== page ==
Running a RabbitMQ server

wlanboy

Content Contributer
RabbitMQ is a open source message broker software that implements the AMQP protocol (Advanced Message Queuing Protocol).

If you are not sure what you might do with a message broker you should read their getting started guide.

It is more than just a publish & subscribe pattern that can be implemented through RabbitMQ.

If you need high availability and a high flexibility for routing messages you should consider RabbitMQ as your messaging plattform.

Time to install the server.

1. Add key of RabbitMQ repro:


wget http://www.rabbitmq.com/rabbitmq-signing-key-public.asc
apt-key add rabbitmq-signing-key-public.asc

2. Add sources:


nano /etc/apt/sources.list

Content:


deb http://www.rabbitmq.com/debian/ testing main

3. Install server


apt-get update && apt-get install rabbitmq-server

4. Add addons:


rabbitmq-plugins enable rabbitmq_management
rabbitmq-plugins enable rabbitmq_web_stomp

5. Login into web fronend

Start your browser and call "http://ip-of-your-server:15672"

The GUI is great.

Use the login "guest" with the password "guest" to login.

Please change the login afterwards.

rabbitmq1.jpg

You can manage the whole server through the GUI but you can use the console tool "rabbitmqctl" too.

Some common use cases are:

  • rabbitmqctl list_users
    List all users and their attached roles.
  • rabbitmqctl add_vhost /test
    Add a new vhost to the server.
    Vhosts are used to separate queues and users.
    You can e.g. limit the access rights.
  • rabbitmqctl add_user username password
    Add a user.
  • rabbitmqctl set_permissions -p /vhost username ".*" ".*" ".*"
    Grand access to a vhost.

5. Clustering

If you want to cluster RabbitMQ you have to sync the hosts file and the "erlang cookie":


nano /etc/hosts

Check that each hostname does have the right external ip address.


#master
cat /var/lib/rabbitmq/.erlang.cookie

#slaves
echo "the-cookie" > /var/lib/rabbitmq/.erlang.cookie
You have to stop RabbitMQ and copy the conent of the master cookie to all slave cookies

Double check the value because this file should not contain any whitespaces or carriage returns.

And join each slave to the cluster


rabbitmqctl stop_app
rabbitmqctl join_cluster [email protected]
rabbitmqctl start_app

You can check the status of the cluster by running following command


rabbitmqctl cluster_status

6. Clients

And there are tons of clients - from C++ to PHP or Javascript.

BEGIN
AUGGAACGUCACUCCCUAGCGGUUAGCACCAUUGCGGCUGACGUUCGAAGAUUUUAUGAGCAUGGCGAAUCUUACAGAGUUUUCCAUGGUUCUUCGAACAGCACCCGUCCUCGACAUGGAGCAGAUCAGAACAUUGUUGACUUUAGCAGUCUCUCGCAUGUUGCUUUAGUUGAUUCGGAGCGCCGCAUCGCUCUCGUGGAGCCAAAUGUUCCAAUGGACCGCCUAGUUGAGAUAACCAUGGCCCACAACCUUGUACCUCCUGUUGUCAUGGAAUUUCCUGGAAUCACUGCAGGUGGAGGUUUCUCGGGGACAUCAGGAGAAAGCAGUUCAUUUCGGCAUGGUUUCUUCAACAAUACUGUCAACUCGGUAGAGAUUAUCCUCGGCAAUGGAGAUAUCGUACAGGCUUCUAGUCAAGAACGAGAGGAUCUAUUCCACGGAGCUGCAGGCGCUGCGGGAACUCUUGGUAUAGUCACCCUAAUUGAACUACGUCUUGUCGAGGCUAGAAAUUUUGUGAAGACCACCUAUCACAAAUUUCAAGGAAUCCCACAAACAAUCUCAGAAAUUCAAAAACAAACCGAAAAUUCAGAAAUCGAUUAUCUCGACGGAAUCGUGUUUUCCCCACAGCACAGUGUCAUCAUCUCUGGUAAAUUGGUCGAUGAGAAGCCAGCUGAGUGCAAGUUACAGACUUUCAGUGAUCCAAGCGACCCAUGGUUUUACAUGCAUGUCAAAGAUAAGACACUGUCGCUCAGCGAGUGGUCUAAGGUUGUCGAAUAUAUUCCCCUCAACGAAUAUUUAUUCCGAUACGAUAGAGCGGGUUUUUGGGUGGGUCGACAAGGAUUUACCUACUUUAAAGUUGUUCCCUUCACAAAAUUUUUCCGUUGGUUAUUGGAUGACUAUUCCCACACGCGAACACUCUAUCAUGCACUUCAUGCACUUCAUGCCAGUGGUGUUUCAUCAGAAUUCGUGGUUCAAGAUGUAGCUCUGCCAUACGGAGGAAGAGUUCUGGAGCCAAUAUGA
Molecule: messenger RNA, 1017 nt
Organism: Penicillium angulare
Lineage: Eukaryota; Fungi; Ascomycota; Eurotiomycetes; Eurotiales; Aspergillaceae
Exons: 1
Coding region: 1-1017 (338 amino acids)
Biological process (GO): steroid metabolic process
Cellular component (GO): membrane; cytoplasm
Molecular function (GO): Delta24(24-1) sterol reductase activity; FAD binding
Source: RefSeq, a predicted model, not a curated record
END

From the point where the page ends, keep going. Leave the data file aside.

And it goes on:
I have wrote a little chat application that is based on the JS client lib and using websockets for the communication.

My main usage of the RabbitMQ server are:

  • Managing of payloads
    I do have two masters that are generating jobs for my twitter/web archive.
    The RabbitMQ server is distributing the jobs through all workers.
    SSH/keys are not needed because if a worker is ready it is connecting to the RabbitMQ server. 
    So master and slave do not know each other.
    I can add and remove slaves at will and ip changes do not mean anything.
    RabbitMQ is persisting the messages and routing the job messages to free workers (load balancing) too.
  • Log handling
    If things go wrong I get a lot of log entries about services/routings/domains/websites that are not available.
    So my RabbitMQ server works as a buffer to ensure that my database or my email servers are not overloaded.
    Perfect tool to queue and load balancing stuff.

If you want to play around you can look at the PHP based master and slave examples (python: M/S).
 

tchen

New Member
For log buffering, be sure to monitor for high water mark events. Rabbitmq is all fine and good until it starts blocking inputs :). Mind you, it's not RMq's fault but it does happen if you're not draining fast enough.
 

wlanboy

Content Contributer
For log buffering, be sure to monitor for high water mark events. Rabbitmq is all fine and good until it starts blocking inputs :). Mind you, it's not RMq's fault but it does happen if you're not draining fast enough.
Yup some clients block if their connection pool is not working as it should.

But you can use a fanout exchange to distribute the message to different queues you won't run into blocking issues, because it helps quite well if each consumer does have its own queue.
 

tchen

New Member
Fanout?  I'm not entirely sure we're talking about the same thing.  The HWM governs when the flow control kicks in for publishers.  A fanout would merely consume N times more memory, faster.  The default HWM is set to 40% of the system memory, so on a measly lowendbox we're not talking much.  Add a crappy disk IO and it won't be able to page out fast enough.